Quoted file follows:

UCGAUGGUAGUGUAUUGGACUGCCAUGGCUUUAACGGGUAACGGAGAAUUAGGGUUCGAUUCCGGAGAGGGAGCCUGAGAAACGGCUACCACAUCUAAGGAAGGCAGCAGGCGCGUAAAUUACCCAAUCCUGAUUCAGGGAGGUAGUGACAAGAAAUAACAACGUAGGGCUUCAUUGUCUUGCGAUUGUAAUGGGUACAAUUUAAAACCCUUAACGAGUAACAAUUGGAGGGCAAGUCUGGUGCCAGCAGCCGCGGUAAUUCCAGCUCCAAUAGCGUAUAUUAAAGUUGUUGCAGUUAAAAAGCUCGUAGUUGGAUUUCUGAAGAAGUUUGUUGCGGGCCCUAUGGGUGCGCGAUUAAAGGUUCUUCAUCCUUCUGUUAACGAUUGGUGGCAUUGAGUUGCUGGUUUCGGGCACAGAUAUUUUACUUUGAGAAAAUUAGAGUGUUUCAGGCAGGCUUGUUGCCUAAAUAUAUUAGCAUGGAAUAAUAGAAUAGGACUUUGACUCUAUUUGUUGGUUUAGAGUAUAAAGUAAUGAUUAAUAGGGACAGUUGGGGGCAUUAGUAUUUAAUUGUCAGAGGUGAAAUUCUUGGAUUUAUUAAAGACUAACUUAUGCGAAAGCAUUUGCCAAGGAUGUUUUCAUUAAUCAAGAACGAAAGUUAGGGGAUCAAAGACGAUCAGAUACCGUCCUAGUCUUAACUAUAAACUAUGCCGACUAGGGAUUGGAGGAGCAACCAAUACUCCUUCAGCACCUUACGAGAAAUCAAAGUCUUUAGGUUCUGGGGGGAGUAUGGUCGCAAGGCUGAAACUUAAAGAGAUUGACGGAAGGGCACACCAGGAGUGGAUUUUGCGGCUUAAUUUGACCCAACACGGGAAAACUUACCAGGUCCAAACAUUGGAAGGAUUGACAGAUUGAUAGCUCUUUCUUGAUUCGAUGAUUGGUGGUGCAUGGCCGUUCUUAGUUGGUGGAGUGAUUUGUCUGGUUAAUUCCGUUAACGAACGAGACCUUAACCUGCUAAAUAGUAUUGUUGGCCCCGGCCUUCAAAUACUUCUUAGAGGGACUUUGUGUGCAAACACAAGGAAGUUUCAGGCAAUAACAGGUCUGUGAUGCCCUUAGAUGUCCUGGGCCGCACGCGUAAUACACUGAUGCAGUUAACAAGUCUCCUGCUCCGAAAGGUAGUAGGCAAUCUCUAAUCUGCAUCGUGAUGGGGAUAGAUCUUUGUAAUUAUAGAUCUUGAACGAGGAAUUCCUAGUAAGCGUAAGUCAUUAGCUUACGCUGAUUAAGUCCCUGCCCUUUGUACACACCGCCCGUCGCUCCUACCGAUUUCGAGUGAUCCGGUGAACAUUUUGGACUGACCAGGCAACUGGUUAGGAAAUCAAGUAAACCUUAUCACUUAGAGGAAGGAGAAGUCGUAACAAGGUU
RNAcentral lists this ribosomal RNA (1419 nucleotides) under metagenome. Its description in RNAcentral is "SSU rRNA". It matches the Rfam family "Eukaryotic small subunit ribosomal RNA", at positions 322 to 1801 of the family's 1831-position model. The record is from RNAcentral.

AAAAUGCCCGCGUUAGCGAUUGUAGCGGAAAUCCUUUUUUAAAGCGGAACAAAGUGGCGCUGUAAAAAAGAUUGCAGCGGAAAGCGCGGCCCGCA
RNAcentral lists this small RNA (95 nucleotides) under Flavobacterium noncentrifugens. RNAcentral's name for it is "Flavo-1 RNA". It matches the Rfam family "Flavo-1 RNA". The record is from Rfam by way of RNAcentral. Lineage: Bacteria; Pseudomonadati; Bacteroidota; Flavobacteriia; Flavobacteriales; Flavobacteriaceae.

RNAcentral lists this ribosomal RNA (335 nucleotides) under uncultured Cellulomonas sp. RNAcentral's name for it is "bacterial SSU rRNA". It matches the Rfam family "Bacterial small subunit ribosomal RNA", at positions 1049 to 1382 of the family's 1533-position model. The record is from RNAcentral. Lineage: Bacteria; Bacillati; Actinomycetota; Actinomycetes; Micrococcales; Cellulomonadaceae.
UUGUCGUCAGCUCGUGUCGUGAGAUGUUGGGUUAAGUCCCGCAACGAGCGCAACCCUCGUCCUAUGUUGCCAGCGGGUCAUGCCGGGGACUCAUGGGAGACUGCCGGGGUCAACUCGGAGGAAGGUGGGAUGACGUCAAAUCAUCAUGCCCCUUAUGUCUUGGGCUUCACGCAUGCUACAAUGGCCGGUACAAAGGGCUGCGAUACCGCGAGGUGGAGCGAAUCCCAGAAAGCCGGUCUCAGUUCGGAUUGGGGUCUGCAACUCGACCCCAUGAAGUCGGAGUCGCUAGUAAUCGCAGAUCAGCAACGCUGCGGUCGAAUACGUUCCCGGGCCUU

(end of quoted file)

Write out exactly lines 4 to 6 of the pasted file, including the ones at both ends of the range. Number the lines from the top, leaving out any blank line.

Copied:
RNAcentral lists this small RNA (95 nucleotides) under Flavobacterium noncentrifugens. RNAcentral's name for it is "Flavo-1 RNA". It matches the Rfam family "Flavo-1 RNA". The record is from Rfam by way of RNAcentral. Lineage: Bacteria; Pseudomonadati; Bacteroidota; Flavobacteriia; Flavobacteriales; Flavobacteriaceae.

RNAcentral lists this ribosomal RNA (335 nucleotides) under uncultured Cellulomonas sp. RNAcentral's name for it is "bacterial SSU rRNA". It matches the Rfam family "Bacterial small subunit ribosomal RNA", at positions 1049 to 1382 of the family's 1533-position model. The record is from RNAcentral. Lineage: Bacteria; Bacillati; Actinomycetota; Actinomycetes; Micrococcales; Cellulomonadaceae.
UUGUCGUCAGCUCGUGUCGUGAGAUGUUGGGUUAAGUCCCGCAACGAGCGCAACCCUCGUCCUAUGUUGCCAGCGGGUCAUGCCGGGGACUCAUGGGAGACUGCCGGGGUCAACUCGGAGGAAGGUGGGAUGACGUCAAAUCAUCAUGCCCCUUAUGUCUUGGGCUUCACGCAUGCUACAAUGGCCGGUACAAAGGGCUGCGAUACCGCGAGGUGGAGCGAAUCCCAGAAAGCCGGUCUCAGUUCGGAUUGGGGUCUGCAACUCGACCCCAUGAAGUCGGAGUCGCUAGUAAUCGCAGAUCAGCAACGCUGCGGUCGAAUACGUUCCCGGGCCUU